Michael Kors Holding Ltd. is close to an acquisition of Italian brand Gianni Versace for $2.35 billion, people familiar with the plans told Bloomberg, adding that a deal could be announced as early as this week. Neither Michael Kors nor Versace immediately returned Retail Dive’s requests for comment.
The private equity firm Blackstone Group LP, which owns 20% of Versace, plans to sell its stake in the deal, one of the anonymous sources told Bloomberg.
U.S.-based Michael Kors, once known mostly for its handbags, last year acquired luxe footwear brand Jimmy Choo for £896 million, or roughly $1.2 billion — a deal that had an enterprise value of $1.35 billion.
If there was any doubt that Micheal Kors aims to morph into a fashion conglomerate along the lines of Tapestry or LVMH, the acquisition of Versace, at this price point, should put that to rest.
Tapestry's recent evolution is a good case study for Michael Kors. Last year, Coach rebranded after retooling the handbag brand to reach a more upscale customer; It acquired Stuart Weitzman in 2015 and Kate Spade & Company earlier last year.
But that goal alone isn't enough to justify this move, and Michael Kors doesn't have what Coach has, according to GlobalData Retail Managing Director Neil Saunders. "While progress has been made, Michael Kors has not rebuilt its core brand to the same extent as other players like Coach," Saunders said in comments emailed to Retail Dive. "Its offer is still confused and is nowhere near as rounded nor polished as many other luxury players. This shows up in the company's sales figures, where growth has been driven by an upswing in U.S. consumer sentiment and spending, rather than because the brand is generating much better traction."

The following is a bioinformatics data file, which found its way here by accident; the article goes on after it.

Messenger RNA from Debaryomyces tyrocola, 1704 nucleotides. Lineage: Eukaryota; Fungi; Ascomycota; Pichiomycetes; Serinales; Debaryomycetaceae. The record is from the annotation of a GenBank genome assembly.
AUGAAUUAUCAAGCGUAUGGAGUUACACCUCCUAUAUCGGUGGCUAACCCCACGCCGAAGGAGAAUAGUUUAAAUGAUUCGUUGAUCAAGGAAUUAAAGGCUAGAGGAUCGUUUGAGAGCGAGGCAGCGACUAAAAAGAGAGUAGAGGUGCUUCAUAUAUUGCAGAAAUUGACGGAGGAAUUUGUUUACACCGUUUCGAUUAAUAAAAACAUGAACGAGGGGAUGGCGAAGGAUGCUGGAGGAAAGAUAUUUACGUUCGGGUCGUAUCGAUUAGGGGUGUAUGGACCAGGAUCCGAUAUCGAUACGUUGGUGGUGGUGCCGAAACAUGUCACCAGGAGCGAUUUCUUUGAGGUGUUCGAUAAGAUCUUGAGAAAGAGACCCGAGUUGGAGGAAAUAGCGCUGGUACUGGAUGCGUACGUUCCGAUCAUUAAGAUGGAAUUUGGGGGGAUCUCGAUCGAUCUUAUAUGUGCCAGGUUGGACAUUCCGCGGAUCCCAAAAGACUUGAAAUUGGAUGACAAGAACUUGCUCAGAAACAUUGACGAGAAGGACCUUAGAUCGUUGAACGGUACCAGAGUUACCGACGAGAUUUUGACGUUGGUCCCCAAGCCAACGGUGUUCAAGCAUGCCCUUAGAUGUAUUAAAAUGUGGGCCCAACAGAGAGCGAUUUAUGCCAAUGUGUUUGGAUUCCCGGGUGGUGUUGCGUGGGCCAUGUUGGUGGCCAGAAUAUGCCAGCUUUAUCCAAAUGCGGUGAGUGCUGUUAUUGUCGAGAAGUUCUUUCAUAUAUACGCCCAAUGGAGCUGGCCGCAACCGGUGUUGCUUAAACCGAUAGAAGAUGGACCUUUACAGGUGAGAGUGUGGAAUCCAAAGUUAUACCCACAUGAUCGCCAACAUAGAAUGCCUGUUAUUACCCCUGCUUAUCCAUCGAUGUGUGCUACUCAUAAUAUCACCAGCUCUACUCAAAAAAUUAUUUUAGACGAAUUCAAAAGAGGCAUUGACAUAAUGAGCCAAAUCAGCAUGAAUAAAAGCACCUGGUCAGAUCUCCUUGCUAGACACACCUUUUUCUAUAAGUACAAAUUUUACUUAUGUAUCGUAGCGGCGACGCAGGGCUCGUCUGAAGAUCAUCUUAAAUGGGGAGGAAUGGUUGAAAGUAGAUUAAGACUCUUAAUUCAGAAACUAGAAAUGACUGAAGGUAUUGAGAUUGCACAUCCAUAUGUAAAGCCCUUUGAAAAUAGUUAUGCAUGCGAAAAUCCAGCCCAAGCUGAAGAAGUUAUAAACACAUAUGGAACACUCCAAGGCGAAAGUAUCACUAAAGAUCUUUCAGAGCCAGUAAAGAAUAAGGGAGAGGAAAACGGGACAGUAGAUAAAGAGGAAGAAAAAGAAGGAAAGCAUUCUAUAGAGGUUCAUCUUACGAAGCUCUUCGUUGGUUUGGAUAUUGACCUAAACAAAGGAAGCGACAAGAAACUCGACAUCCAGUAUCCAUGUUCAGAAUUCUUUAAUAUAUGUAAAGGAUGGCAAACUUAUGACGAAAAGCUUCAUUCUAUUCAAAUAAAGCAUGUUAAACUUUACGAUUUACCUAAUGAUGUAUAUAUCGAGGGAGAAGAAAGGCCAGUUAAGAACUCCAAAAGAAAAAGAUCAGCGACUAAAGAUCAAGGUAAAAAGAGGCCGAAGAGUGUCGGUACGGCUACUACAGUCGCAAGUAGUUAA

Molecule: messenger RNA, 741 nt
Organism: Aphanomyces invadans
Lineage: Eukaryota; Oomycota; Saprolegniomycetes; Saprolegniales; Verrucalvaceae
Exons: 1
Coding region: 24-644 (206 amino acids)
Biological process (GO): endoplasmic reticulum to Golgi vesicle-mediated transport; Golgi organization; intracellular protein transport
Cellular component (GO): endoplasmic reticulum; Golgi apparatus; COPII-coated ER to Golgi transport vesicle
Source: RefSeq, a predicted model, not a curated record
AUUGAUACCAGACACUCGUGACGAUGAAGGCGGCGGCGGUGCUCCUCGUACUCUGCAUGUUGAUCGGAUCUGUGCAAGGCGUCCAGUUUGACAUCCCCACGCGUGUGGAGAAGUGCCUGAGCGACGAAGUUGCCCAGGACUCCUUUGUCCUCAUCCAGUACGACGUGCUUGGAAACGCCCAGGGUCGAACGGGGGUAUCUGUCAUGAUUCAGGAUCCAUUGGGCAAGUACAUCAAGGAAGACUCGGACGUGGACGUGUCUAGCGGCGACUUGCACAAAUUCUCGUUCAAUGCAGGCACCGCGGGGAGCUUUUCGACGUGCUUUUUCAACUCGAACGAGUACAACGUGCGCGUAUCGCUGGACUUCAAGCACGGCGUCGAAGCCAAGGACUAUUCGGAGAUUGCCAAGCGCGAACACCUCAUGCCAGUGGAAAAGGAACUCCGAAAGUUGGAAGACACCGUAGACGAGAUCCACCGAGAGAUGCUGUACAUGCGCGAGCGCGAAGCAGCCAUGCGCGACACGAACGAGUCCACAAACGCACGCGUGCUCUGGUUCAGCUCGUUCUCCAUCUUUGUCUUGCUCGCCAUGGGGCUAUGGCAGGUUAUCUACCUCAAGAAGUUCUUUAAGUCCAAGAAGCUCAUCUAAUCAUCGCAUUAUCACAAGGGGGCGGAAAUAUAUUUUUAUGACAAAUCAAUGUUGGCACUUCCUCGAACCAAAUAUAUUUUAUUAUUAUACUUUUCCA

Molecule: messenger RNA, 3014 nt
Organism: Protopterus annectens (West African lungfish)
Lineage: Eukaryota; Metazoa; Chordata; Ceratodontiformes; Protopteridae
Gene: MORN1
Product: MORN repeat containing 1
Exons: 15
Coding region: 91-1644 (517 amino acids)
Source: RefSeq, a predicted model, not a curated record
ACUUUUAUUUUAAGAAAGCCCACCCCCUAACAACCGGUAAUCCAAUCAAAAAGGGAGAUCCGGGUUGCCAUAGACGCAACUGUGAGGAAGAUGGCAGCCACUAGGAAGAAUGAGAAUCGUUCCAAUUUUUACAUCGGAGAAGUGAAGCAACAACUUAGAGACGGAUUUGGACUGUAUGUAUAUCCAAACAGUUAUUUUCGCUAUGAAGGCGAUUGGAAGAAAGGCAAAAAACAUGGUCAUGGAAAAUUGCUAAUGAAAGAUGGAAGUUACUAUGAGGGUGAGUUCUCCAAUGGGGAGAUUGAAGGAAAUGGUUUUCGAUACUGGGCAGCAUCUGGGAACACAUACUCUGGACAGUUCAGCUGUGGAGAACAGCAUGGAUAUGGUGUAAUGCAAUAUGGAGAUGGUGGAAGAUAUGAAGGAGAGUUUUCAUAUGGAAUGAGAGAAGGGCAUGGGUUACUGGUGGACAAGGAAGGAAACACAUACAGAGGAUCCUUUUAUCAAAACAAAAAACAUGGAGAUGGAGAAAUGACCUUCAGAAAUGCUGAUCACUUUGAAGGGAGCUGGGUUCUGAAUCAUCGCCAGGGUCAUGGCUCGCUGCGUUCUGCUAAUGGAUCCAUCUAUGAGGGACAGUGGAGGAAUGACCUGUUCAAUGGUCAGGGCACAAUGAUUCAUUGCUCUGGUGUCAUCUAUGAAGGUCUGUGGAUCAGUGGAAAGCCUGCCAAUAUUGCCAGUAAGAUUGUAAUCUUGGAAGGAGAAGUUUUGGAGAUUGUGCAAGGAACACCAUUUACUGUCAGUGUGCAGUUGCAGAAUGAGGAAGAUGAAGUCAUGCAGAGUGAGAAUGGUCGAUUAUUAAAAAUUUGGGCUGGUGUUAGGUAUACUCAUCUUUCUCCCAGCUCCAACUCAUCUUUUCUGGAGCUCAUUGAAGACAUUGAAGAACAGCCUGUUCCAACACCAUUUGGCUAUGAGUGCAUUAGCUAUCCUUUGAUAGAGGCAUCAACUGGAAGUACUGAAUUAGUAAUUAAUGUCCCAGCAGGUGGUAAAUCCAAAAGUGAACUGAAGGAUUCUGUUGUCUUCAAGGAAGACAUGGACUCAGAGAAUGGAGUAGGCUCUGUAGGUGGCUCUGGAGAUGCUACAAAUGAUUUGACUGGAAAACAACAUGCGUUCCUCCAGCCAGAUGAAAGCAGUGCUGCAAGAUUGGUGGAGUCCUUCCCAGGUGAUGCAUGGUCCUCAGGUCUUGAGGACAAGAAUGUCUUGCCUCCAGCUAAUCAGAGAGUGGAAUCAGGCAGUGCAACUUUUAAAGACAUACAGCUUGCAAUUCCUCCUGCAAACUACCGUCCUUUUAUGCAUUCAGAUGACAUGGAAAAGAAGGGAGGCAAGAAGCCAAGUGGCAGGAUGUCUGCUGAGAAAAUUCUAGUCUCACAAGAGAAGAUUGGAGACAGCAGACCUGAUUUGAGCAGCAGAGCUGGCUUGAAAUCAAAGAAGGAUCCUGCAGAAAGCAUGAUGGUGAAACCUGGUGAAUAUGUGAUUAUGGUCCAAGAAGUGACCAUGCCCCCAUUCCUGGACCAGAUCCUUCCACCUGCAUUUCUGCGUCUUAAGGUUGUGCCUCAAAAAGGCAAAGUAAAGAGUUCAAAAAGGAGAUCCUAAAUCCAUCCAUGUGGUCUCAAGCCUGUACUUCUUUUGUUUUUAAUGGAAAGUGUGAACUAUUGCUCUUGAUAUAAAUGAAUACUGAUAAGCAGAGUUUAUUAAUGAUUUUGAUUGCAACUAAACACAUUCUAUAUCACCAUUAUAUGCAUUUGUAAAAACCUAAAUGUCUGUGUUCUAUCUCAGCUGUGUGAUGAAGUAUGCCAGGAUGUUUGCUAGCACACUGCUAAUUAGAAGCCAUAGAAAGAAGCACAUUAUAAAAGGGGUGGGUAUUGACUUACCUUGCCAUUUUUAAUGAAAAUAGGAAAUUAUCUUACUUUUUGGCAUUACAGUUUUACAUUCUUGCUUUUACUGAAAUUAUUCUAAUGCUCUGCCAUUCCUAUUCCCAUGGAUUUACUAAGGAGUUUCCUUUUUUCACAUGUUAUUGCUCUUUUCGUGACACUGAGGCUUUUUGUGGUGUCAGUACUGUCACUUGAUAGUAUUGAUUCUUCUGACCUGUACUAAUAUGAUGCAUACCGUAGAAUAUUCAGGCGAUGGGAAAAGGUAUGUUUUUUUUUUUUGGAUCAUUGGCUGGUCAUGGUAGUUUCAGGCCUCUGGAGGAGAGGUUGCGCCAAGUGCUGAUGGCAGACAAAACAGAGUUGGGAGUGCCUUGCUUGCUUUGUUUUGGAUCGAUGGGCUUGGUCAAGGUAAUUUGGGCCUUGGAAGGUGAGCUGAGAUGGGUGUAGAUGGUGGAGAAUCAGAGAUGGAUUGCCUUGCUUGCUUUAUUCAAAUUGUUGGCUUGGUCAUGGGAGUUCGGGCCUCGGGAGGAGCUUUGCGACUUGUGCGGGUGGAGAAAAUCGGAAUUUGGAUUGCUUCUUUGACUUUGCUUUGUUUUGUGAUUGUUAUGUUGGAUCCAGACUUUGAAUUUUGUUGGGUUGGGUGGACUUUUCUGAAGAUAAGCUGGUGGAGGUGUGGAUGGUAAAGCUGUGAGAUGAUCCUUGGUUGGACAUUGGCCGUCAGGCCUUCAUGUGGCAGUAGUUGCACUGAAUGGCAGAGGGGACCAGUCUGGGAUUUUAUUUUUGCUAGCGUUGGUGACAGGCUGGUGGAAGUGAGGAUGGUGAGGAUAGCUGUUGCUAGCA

Before acquiring Jimmy Choo, Michael Kors was shuttering stores and suffering a slowdown in wholesale as it retreated from department store sales, where discounts on handbags were rampant. But don't count on Versace boosting revenue the way the shoe brand has, Saunders said. Michael Kors Holdings last month reported a total first quarter revenue rise of 26.3% to $1.2 billion, including a $172.7 million contribution from newly acquired Jimmy Choo, which was consolidated into results effective Nov. 1 last year.
Adding Versace, the elaborate and always upscale brand founded by Gianni Versace in 1978, would certainly bring Michael Kors to new heights in the high-fashion hierarchy. But Versace's sales have suffered in recent years, Saunders warned.
"If the deal goes through it would certainly push the group into the big league in terms of its profile in the luxury space. It also means that the company would be a player in many different categories from fragrance to home to pets, thereby giving the group a true lifestyle position," he said. "[M]ichael Kors is not buying a perfectly performing brand, it is buying a brand that needs work and some repositioning."
Part of the problem is that consumers are backing away from the outré styles characteristic of Versace. That means a lot of work in the short term, which will mean disruption and expense, Saunders said. In the end, it may not move the needle that much for Michael Kors, aside from helping diversify its position. "It is much more a play to give the group a more rounded and defensible proposition that has a number of brands to drive performance across different parts of the market," he said.